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Provision Center for Proton Therapy Names Medical Director


Provision Center for Proton Therapy Names Medical Director

The Provision Center for Proton Therapy announced today it has named Marcio Fagundes, M.D., as medical director. A board-­‐certified radiation oncologist, he comes to Knoxville from the ProCure Proton Therapy Center in Oklahoma City where he has practiced proton therapy and conducted significant research. He will start his new role on July 15.

“The addition of Dr. Fagundes as medical director is another important step in building our team of proton therapy experts,” said Mary Lou DuBois, President of Provision Center for Proton Therapy. “He is an extremely knowledgeable and experienced radiation oncologist and will be an invaluable asset to the proton center and its patients.”

Read more here.

Prone Position for Radiation Therapy


After Ivy Berry’s last radiation treatment for breast cancer, she rang a victory bell three times. It’s a tradition for patients wrapping up their therapy at Knoxville’s Provision Radiation Therapy in Dowell Springs.

She is now cancer free. But a year ago, the 44-year-old Knoxville woman found out she had breast cancer after her first mammogram.

“They told me I needed to go ahead and have a lumpectomy right away,” said Berry. She had the surgery along with radiation therapy.

Provision Radiation Therapy Medical Director Dr. Allen Meek says that’s the gold standard when it comes to treatment.

But Meek adds, what isn’t standard at Provision Radiation is how the radiation is delivered.

Typically, patients are on placed on their back, in a supine position when the radiation beam targets the affected area. At Provision Radiation, Berry was placed in a prone position, on her stomach.

The breast is able to fall through an open area on a special table.

“With gravity, the breast pulls forward. Then you are able to bring the radiation beam in,” said Meeks.

Berry admits it’s not the most comfortable position but it is the preferred position for both her and her doctor.

Dr. Meeks’ concern with delivering radiation to a patient while on their back is the harmful exposure to areas of the body in addition to the breast.

“The main long term consequences we are concerned about are radiation to the heart and lungs,” said Meek.

When radiation is delivered in a prone position the heart and lungs are spared from exposure and any future potential medical problems.

Meek said, “One of the big concerns is that 15 to 20 years down the road, a patient can develop lung cancer from radiation to the lung.”

For Ivy Berry, radiation treatment in a prone position was the only way to go. She beat cancer this time and ringing the “ceremonial bell” at Provision Radiation Therapy once is more than enough.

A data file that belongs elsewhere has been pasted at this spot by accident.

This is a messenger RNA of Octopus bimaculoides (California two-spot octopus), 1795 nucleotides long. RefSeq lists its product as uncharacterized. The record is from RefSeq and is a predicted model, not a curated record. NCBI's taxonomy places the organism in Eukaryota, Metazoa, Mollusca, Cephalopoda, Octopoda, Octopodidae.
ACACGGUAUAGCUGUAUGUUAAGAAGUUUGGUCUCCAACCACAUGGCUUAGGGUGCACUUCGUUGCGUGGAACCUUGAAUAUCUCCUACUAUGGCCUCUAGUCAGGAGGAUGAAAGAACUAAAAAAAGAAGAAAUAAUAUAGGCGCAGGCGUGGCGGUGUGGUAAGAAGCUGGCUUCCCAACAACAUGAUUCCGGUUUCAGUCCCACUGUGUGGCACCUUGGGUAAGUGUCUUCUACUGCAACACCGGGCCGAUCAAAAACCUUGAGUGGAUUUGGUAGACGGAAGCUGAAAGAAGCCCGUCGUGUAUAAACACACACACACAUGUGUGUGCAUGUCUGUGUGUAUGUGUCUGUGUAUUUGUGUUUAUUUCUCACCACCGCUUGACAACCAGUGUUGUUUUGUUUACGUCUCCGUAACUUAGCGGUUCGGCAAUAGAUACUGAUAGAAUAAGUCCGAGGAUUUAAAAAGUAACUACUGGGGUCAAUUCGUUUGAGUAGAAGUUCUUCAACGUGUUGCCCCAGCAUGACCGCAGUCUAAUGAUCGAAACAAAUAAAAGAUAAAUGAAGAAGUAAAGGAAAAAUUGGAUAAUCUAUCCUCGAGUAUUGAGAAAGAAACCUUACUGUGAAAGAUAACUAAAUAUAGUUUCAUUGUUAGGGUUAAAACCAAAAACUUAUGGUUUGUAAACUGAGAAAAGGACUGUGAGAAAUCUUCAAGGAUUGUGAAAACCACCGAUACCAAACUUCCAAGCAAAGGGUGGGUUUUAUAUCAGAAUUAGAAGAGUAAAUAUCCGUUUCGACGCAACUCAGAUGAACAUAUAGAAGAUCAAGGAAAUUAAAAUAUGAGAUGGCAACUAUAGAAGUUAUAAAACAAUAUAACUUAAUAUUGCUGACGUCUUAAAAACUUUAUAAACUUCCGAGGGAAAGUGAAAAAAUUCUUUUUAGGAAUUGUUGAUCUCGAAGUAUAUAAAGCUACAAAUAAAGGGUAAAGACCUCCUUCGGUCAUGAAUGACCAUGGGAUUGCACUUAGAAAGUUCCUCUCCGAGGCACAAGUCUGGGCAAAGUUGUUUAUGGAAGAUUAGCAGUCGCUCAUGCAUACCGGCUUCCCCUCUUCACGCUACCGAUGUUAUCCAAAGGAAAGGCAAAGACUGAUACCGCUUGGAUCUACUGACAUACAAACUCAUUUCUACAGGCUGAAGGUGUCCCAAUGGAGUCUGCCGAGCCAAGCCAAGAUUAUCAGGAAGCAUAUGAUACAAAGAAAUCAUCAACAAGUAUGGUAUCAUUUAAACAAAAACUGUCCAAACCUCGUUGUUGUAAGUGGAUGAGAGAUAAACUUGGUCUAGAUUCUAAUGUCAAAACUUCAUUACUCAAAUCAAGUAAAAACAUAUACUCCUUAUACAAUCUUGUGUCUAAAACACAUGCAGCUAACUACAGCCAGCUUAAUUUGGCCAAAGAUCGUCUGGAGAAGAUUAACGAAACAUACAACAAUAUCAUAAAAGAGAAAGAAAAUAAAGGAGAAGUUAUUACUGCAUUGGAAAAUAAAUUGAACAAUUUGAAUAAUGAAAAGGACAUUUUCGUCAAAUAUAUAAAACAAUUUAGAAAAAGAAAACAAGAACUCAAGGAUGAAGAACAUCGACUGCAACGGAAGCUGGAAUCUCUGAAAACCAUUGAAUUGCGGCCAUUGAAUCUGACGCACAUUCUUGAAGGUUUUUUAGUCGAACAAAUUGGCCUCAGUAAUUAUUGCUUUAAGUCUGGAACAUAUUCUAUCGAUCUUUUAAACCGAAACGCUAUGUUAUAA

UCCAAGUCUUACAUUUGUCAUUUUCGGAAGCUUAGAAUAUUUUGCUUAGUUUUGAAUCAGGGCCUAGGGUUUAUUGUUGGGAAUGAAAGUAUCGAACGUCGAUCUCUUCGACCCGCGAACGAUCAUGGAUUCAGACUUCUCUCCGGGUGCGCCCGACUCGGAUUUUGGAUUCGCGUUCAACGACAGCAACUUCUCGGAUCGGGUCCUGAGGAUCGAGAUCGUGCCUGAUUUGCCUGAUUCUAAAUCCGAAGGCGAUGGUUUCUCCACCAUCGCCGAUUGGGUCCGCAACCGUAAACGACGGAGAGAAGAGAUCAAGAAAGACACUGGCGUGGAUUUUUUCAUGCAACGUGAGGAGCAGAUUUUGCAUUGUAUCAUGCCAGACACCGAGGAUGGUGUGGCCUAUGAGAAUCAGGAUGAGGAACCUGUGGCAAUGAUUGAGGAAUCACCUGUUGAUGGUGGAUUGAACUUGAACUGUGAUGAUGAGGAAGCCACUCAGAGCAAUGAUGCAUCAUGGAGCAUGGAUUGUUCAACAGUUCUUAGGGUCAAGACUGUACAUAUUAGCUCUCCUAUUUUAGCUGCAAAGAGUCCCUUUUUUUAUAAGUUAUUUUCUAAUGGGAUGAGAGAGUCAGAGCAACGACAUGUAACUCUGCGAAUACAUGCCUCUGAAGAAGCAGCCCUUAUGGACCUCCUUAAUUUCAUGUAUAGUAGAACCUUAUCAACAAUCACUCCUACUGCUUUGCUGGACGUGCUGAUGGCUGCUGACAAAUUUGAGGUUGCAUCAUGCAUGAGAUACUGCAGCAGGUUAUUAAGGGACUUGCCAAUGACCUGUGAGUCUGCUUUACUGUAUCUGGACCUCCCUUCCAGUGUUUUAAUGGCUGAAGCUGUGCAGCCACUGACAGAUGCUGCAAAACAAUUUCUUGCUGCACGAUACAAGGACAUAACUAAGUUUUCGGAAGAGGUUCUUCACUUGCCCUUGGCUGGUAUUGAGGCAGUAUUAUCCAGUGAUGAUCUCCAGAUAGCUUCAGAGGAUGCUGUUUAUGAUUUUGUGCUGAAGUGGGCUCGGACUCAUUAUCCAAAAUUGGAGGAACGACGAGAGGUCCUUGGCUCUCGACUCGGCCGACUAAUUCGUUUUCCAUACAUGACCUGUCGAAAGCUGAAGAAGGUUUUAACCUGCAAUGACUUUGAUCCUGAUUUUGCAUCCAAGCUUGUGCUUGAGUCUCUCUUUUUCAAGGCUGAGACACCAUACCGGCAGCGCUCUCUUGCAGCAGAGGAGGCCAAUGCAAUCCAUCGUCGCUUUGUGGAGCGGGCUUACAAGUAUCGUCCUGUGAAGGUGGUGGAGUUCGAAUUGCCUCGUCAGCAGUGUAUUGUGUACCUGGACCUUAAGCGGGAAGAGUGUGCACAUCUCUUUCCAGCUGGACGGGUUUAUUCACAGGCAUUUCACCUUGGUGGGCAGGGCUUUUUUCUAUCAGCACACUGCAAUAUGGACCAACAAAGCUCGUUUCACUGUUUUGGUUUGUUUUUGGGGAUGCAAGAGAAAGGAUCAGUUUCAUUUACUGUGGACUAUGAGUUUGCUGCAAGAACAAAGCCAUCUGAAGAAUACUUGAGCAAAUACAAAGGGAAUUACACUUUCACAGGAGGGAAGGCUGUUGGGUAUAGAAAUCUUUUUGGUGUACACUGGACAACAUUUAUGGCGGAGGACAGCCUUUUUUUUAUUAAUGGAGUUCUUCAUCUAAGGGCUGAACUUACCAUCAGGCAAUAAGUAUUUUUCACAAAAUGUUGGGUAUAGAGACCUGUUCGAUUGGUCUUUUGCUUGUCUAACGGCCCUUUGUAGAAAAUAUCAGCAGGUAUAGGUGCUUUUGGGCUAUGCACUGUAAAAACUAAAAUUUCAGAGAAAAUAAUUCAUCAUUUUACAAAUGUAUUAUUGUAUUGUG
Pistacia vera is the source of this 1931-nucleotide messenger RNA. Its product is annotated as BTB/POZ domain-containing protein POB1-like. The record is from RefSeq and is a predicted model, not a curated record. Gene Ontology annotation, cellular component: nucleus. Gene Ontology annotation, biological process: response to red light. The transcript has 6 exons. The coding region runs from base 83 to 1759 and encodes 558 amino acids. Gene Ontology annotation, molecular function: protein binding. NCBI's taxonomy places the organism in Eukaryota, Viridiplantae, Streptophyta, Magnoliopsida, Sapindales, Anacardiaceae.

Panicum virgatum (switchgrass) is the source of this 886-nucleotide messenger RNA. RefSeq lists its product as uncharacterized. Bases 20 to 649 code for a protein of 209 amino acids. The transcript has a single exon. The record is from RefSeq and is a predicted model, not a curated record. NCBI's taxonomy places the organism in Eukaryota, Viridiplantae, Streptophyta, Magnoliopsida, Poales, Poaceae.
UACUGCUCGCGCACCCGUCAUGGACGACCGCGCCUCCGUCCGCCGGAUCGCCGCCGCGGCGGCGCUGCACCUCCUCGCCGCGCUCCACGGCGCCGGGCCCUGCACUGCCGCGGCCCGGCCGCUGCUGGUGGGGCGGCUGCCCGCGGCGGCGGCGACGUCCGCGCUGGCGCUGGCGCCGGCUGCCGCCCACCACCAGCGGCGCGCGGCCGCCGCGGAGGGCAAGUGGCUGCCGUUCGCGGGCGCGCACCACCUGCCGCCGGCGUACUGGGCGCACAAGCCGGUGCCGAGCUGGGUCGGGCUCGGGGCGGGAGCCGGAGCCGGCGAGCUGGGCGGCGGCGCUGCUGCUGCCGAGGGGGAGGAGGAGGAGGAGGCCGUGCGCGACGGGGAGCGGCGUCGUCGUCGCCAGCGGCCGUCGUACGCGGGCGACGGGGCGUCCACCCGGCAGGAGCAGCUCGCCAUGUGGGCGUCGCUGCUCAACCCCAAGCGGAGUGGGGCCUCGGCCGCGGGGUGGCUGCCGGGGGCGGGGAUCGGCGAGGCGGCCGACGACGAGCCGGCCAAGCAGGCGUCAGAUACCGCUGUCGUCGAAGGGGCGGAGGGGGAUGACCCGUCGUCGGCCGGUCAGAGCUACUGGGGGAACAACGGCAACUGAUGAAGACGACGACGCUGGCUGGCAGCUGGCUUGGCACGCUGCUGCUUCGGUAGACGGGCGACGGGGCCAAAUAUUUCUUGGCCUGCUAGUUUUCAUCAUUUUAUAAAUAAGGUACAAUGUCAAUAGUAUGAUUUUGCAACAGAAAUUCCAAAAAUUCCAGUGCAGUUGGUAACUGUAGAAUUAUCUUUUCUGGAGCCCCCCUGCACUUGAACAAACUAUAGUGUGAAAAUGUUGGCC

ProNova Solutions announces $52 million investment, 500 jobs in Blount


Medical sciences company Pronova Solutions is coming to Blount County, and it’s bringing 500 jobs and $52 million in capital investment, officials said this morning.

Officials with the Blount Partnership, Knox County, Innovation Valley, Gov. Bill Haslam and Economic and Community Development Commissioner Bill Hagerty along with officials from ProNova Solutions, this morning announced the company has agreed to become the anchor tenant at the Pellissippi Place technology research and development park. The park is on the Oak Ridge Corridor located at the end of the Pellissippi Parkway in Alcoa. ProNova, which intends to commercialize a next-generation, compact proton therapy system as part of the latest in cancer treatment technology, is slated to construct two facilities on 26 acres on the West side of the property to house its corporate headquarters along with a research and commercialization laboratory, according to a Blount Partnership news release. Its product strategy is to develop, produce and deliver a smaller, lighter and more energy efficient proton therapy system, officials said.

Read Knox News Sentinel full story here.

Read WVLT full story here.

ProNova to Locate at Pellissippi Place


ProNova Solutions becomes Pellissippi Place’s first tenant

The Daily Times

By Robert Norris |

Pellissippi Place is about to put high-paying jobs in Blount County with a high-tech business that will serve the region and beyond.

State and local officials announced this morning at the Blount County Chamber of Commerce that ProNova — a new company that is pioneering development of a lower-cost cancer treatment system — will locate its manufacturing facility in the research and development center at Pellissippi Parkway and Old Knoxville Highway in Alcoa.

Continue here for rest of article.

The University of Tennessee is interested in Proton Therapy